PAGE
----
The modestly-purple stems can mingle with anything; the flowers are sometimes shown as being pink, or at least pinkish, but other times they are described as white. Given their position beneath foliage, their color matters less than their lovely fragrance. Sarcococca can associate easily with any color. 

Partner plants

The dense texture and uniformity of a colony of Sarcococca is achieved, in part, because of the shrub's impressive and even thug-like stoloniferousness. Few herbaceous plants can compete with Sarcococca; I have seen it smother even hostas, normally the nuclear option for groundcovers in shade.


Its evergreenity is also, oddly, a limitation. Almost any other evergreens—whether broadleaf or coniferous, large-leaved or small—can seem oppressive.


Shrubs with a full-to-the-ground habit are liable to look as if they were sinking into a Sarcococca sea; avoid pairing with weigela or spirea. You should already avoid pairing with mounding forms of rhododendrons and azaleas, on account of their repetitive evergreenity.

Instead, pair with tall deciduous shrubs and small ornamental trees, where the thorough evergreenity of sweet box frees you to plant otherwise appealing species whose Winter appearance might be sparse or bare, or whose shins and ankles need covering up year-round. These taller and, often, simply larger plants will also have somewhat deeper roots, which will be less likely to be in as direct competition with the dense, shallow, "category killer" roots of Sarcococca. These large companion plants often grow from strong vertical stems arising from the base, or directly from the roots; they not only look, pleasingly, like they have pierced through the dense "mattress" of Sarcococca growth easily, they actually have. Handily, this vertical habit near the ground often combines with a spreading upper canopy, to  create just the partial shade that Sarcococca enjoys. In turn, a bulky, spreading, and eventually large colony of Sarcococca at the base gives these top-heavy shrubs a visual anchor that feels appropriately wide, thick, and heavy. If you're planting any viburnums, deciduous azaleas, fancy maples or willows or alders, cornuses, aralias, kolkwitzias, lilacs, clethras, calycanthus, or hydrangeas, you're probably creating prime habitat for Sarcococca


Because the Sarcococca foliage and look is constant year-round, choose partners that can provide lengthy seasons of contrast. Variegated or contrasting-shaped foliage is always the right choice. 'Lemon Wave' hydrangea, then, instead of a plain-green form. Other choices covered here include Viburnum lantana 'Aurea', Acer circinatum 'Pacific Fire', Alnus glutinosa 'Imperialis', Fagus sylvatica 'Ansorgei', Liriodendron chinense, and Populus alba 'Richardii'.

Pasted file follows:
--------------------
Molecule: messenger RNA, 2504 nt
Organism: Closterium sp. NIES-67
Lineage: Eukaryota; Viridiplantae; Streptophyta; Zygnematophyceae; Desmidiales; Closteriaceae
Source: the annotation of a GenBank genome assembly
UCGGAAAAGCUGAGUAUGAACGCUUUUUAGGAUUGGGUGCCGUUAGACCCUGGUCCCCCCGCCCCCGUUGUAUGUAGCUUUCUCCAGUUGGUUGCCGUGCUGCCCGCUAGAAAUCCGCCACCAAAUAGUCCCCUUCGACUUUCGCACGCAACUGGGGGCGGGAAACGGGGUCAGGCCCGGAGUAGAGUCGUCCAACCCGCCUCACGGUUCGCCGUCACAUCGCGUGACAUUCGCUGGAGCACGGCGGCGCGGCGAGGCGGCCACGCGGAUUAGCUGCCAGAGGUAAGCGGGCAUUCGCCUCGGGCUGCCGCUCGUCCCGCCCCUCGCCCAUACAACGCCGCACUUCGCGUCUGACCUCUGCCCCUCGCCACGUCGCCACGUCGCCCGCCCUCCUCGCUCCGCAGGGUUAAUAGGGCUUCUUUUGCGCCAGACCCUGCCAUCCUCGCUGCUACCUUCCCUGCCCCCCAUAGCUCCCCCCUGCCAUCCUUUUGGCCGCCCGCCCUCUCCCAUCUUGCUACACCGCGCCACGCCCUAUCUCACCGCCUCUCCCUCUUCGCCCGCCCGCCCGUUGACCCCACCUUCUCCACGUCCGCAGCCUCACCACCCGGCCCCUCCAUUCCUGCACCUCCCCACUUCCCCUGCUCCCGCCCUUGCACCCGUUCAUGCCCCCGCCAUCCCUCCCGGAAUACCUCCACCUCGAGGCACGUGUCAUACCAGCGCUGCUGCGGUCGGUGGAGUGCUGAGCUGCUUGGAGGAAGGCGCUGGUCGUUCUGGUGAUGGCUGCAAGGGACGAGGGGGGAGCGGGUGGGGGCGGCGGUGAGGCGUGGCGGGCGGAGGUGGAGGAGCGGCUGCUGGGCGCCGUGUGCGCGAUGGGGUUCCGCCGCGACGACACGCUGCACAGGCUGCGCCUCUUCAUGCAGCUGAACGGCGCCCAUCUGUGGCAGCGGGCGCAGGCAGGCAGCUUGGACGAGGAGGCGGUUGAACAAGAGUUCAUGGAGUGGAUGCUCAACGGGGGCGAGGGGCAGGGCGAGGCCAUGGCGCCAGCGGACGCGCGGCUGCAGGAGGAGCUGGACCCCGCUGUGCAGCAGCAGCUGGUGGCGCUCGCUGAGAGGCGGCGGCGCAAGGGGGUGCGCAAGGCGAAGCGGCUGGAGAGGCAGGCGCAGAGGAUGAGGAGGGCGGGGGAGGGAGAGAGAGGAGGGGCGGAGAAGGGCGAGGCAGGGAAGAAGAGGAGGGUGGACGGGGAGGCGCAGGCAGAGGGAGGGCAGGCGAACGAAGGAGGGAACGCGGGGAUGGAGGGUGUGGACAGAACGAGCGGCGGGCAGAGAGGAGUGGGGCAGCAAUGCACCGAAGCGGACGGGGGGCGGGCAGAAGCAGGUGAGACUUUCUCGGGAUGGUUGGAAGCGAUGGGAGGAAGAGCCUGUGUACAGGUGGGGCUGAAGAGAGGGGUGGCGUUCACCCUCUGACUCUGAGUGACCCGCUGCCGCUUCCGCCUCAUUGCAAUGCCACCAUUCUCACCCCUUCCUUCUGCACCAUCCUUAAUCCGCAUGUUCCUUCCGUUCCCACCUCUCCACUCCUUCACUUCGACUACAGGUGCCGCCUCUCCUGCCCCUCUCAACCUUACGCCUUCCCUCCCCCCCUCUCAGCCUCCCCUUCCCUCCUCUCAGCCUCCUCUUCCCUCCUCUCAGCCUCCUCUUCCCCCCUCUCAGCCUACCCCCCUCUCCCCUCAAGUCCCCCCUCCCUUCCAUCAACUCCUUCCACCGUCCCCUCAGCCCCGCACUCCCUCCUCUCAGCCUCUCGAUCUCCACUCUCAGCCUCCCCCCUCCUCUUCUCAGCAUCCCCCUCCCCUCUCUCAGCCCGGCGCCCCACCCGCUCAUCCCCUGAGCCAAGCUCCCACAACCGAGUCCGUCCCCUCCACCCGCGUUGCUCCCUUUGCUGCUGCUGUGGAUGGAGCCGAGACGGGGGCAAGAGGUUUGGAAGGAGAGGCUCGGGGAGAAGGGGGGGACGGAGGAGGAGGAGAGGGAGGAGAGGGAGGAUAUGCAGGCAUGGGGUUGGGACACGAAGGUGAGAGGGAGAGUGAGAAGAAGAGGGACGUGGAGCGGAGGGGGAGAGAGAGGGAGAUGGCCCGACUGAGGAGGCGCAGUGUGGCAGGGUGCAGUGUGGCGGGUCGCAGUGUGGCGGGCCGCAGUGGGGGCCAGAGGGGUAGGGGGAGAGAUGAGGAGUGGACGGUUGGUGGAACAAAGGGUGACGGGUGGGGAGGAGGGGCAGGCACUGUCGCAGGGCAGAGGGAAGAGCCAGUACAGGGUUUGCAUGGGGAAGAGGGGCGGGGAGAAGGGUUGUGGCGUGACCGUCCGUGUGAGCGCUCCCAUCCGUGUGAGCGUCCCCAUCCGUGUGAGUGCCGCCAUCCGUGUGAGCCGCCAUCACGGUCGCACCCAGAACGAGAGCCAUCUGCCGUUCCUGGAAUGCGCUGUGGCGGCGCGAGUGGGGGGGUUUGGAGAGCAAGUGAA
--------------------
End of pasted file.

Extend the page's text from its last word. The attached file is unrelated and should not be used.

Where to use it in your garden

Sarcococca is a delicious oddity in Zone 6 and 5, where its ability to carpet beneath deciduous shrubs makes it a relief from pachysandra, vinca, and ivy. There are so many low evergreen shade-tolerant groundcovers in Zones 7 and warmer—where Sarcococca thrives, and so many other forms of it are hardy—that, ironically, the shrub is less valuable despite its ease and vigor and diversity, and therefore less appreciated.


Part or even heavy shade in any reasonable soil that has decent drainage, especially in Winter. Growth is faster and stronger in soil that is humus-rich, loose, moisture-retentive, and nutrient-rich soil; established colonies are impressively drought-tolerant.

Mulch young shrubs well, so as to retain moisture and also provide easy cover for the stolons. As is typical for broadleaved evergreens, Sarcococca will not tolerate wet feet, especially in the Winter.

How to handle it: The Basics

Plant in Spring. Nursery stock are pot-grown and, given the outward enthusiasm of the Sarcococca stolons, the root ball will probably look (and be) pot-bound. The stolons loosen easily; as you plant, take care to keep them spread out. This will help the shrub establish itself, by exposing its current growth to a literally wide-as-possible expanse of soil and amount of moisture. It will also help the colony increase in size, because those outrigger stolons will, at least for their first season, have their surrounding soil all to themselves.